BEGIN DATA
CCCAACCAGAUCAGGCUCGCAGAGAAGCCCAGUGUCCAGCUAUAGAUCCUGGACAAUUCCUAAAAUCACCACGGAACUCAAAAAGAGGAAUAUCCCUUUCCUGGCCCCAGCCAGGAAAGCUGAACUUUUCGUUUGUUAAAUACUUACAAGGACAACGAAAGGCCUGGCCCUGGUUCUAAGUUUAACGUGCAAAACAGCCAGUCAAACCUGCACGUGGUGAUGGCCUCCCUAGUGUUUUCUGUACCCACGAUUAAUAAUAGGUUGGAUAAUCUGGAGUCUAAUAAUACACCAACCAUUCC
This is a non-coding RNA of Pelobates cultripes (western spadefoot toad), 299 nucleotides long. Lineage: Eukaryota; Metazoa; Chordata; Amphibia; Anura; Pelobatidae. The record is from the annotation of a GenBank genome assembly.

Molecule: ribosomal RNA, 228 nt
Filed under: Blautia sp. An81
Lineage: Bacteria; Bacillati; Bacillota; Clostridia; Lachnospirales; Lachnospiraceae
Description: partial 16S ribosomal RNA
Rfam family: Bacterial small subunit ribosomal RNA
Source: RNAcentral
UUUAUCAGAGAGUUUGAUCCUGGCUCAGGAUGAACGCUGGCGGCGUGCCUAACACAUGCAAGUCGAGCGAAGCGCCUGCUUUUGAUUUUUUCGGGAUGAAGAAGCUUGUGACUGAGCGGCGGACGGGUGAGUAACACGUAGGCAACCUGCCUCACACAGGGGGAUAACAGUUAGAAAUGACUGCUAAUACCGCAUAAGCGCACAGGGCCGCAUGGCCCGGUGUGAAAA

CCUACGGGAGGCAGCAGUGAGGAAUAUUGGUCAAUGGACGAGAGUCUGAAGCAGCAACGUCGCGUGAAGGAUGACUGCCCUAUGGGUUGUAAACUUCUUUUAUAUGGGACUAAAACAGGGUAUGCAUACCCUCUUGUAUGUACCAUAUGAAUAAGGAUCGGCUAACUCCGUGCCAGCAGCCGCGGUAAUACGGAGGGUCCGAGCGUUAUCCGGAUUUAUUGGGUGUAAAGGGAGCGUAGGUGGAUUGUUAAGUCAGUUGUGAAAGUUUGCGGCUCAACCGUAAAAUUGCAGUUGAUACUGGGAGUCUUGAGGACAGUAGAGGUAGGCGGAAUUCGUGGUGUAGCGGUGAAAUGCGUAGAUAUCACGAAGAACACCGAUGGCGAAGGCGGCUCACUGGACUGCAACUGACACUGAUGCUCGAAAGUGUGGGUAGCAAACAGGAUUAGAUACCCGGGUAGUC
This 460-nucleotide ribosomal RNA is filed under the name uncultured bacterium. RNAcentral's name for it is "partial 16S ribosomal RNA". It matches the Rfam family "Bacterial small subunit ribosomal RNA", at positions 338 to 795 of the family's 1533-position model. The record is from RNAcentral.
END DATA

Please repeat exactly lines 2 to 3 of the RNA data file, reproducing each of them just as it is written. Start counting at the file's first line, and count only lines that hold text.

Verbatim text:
This is a non-coding RNA of Pelobates cultripes (western spadefoot toad), 299 nucleotides long. Lineage: Eukaryota; Metazoa; Chordata; Amphibia; Anura; Pelobatidae. The record is from the annotation of a GenBank genome assembly.

Molecule: ribosomal RNA, 228 nt